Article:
|Conference Wrap-Up: NABCJ in Orlando|
|By Ann Coppola, News Reporter|
The National Association of Blacks in Criminal Justice (NABCJ) held its 35th Annual Conference and Training Institute July 20 to 24, in Orlando, Florida. The networking and education event drew 500 criminal justice professionals from all over the United States and three Caribbean islands. Although attendance was significantly down compared to past events, enthusiasm was not dampened.
“We’re very proud of the conference we put together this year,” says NABCJ president Fay Lassiter. “It brings together individuals who are committed to making a difference in the criminal justice system in America and also to making a difference in the overrepresentation of African-Americans who are under some type of criminal justice supervision.”
Created in 1974, NABCJ is a non-profit association that strives to achieve equal justice for blacks and other minorities. Its members consist of criminal justice professionals in law enforcement, institutional and community corrections, courts, social services, academia, and religious and other community-based interests.
“Events like this are the best way to keep people on the cutting edge,” Lassiter adds. “As a field, we become isolated if we don’t bring people together.”
The four-day event was kicked off by legendary gospel singer Dottie Peoples who performed for the crowd. Recording artist Wintley Phipps sang and spoke as well, focusing on the importance of family, unity and togetherness. Phipps founded the U.S. Dream Academy, a national non-profit that mentors children of inmates as well as those failing in school.
Workshops explored a variety of juvenile criminal justice issues, including the link between low academic achievement and school suspensions, and the importance of aligning youth and law enforcement. Those specific to women’s issues addressed topics such as preparing incarcerated women for transitioning to the working world, and treatment services for female batterers. Other workshops touched on substance abuse, reentry, and wellness and health.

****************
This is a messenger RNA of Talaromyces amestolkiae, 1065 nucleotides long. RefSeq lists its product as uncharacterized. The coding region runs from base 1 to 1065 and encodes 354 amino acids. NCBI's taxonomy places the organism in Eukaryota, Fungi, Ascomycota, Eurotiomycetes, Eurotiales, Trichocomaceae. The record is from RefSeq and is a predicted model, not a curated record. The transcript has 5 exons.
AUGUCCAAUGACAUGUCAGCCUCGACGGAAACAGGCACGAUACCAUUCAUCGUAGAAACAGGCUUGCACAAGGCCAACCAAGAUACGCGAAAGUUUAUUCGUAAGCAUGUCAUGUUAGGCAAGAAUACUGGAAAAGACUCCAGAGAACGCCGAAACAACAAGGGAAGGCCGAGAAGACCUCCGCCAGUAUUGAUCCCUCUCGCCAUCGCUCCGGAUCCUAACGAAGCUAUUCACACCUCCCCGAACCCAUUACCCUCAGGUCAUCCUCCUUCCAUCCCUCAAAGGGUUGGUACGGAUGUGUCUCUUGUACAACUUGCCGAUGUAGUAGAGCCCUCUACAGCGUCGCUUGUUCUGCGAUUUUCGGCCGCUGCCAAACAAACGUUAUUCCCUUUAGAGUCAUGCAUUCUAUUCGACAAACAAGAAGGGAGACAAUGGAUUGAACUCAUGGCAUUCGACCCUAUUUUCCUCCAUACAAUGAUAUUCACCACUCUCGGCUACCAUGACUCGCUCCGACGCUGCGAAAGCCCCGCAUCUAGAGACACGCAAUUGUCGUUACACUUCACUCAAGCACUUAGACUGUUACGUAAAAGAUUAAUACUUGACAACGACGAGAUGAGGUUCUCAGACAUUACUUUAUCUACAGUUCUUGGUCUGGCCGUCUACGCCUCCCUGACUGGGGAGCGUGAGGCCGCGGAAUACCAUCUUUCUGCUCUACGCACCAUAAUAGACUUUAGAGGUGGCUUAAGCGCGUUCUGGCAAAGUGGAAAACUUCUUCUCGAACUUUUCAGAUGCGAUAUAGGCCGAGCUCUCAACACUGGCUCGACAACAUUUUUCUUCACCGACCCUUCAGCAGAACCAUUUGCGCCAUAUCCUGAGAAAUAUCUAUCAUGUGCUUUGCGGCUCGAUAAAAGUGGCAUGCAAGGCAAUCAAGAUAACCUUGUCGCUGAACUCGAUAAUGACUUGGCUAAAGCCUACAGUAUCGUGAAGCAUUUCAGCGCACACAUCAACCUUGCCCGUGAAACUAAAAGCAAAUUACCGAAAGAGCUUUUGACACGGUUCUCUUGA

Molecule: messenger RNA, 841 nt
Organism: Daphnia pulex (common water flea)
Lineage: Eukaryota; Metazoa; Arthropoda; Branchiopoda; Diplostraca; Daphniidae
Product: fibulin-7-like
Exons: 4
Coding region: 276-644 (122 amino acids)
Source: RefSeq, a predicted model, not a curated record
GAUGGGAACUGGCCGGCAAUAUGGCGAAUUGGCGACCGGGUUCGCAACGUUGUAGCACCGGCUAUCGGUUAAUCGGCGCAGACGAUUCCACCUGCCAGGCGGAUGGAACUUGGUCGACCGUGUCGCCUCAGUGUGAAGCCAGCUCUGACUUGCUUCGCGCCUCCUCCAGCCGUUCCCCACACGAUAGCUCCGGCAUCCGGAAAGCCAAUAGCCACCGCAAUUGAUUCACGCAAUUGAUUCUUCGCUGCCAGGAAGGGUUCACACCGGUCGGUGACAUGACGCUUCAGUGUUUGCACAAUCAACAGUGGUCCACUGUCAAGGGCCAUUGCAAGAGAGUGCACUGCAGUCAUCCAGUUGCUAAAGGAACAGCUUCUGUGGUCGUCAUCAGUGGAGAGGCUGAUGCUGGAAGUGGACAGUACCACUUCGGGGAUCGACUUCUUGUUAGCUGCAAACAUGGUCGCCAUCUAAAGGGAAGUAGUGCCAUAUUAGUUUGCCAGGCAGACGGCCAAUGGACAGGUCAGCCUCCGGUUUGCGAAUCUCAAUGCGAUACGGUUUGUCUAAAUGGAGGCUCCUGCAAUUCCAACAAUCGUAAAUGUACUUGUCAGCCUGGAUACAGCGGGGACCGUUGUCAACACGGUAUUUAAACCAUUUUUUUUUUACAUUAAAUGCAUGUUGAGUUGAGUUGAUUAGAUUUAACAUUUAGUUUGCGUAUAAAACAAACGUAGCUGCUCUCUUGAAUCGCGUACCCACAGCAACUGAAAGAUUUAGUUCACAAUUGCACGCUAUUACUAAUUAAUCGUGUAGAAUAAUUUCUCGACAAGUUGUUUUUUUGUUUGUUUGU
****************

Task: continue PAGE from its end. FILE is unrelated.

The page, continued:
For the first time, the conference drew 40 representatives from the Caribbean, including three prison directors. It was the largest delegation of its kinds in conference history, illustrating the association’s growing international appeal.
“In spite of the state of the economy, 500 is a really good number for us, considering most people pay their own way to be there,” says Lassiter. In the past, the conference has drawn upwards of 1,500 attendees.
“We need to do all we can to get those numbers back up, because these events are really the place where people learn the most,” she adds.
Attendees also had the opportunity to tour local criminal justice facilities, including the Coleman Federal Correctional Complex.
“We do this so we can give professionals a gaze at how others are operating,” says Lassiter. “You learn a lot just from going on that tour.”
This year, NABCJ offered a post-conference cruise to Nassau, the Bahamas. For Lassiter, this option was about more than just getting away.
“All members of the criminal justice profession, especially in corrections, are under a great deal of stress,” she says. “We recognize that and always try to do things to help them to de-stress, like fun activities and stress-related education.”
“To me, our criminal justice workers are heroes,” Lassiter adds. “They go to work every day knowing they’re putting their own lives at risk. Going to work every day knowing they may be in some type of altercation, to me, it’s like going to war, especially for our corrections officers.”
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